GRAVEN. Don't rub it in, Julia: it's not kind. No man is quite himself when he's crossed in love. (To Charteris.) Now listen to me, Charteris. When I was a young fellow, Cuthbertson and I fell in love with the same woman. She preferred Cuthbertson. I was taken aback: I won't deny it. But I knew my duty; and I did it. I gave her up and wished Cuthbertson joy. He told me this morning, when we met after many years, that he has respected and liked me ever since for it. And I believe him and feel the better for it. (Impressively.) Now, Charteris, Paramore and you stand to-day where Cuthbertson and I stood on a certain July evening thirty-five years ago. How are you going to take it?

JULIA (indignantly). How is he going to take it, indeed! Really, papa, this is too much. If Mrs. Cuthbertson wouldn't have you, it may have been very noble of you to make a virtue of giving her up, just as you made a virtue of being a teetotaller when Percy cut off your wine. But he shan't be virtuous over me. I have refused him; and if he doesn't like it he can--he can--

CHARTERIS. I can lump it. Precisely. Craven: you can depend on me. I'll lump it. (He moves off nonchalantly, and leans against the bookcase with his hands in his pockets.)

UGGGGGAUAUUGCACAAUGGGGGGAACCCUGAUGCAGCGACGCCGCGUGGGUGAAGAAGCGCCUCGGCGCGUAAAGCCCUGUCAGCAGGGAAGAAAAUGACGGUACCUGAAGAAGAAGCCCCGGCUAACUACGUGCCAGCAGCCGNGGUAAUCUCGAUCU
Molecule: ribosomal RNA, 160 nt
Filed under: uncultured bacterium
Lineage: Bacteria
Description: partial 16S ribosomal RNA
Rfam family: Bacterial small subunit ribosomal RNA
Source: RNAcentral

CRAVEN (hurt). Julia: you don't treat me respectfully. I don't wish to complain; but that was not a becoming speech.

JULIA (bursting into tears and throwing herself into the large chair). Is there anyone in the world who has any feeling for me--who does not think me utterly vile? (Craven and Paramore hurry to her in the greatest consternation.)

CRAVEN (remorsefully). My pet: I didn't for a moment mean--

JULIA. Must I stand to be bargained for by two men--passed from one to the other like a slave in the market, and not say a word in my own defence?

CRAVEN. But, my love--

JULIA. Oh, go away, all of you. Leave me. I--oh-- (She gives way to a passion of tears.)

PARAMORE (reproachfully to Craven). You've wounded her cruelly, Colonel Craven--cruelly.

CRAVEN. But I didn't mean to: I said nothing. Charteris: was I harsh?

CHARTERIS. You forget the revolt of the daughters, Craven. And you certainly wouldn't have gone on like that to any grown up woman who was not your daughter.

CRAVEN. Do you mean to say that I am expected to treat my daughter the same as I would any other girl?

PARAMORE. I should say certainly, Colonel Craven.

CRAVEN. Well, dash me if I will. There!

PARAMORE. If you take that tone, I have nothing more to say. (He crosses the room with offended dignity and posts himself with his back to the bookcase beside Charteris.)

JULIA (with a sob). Daddy.

CRAVEN (turning solicitously to her). Yes, my love.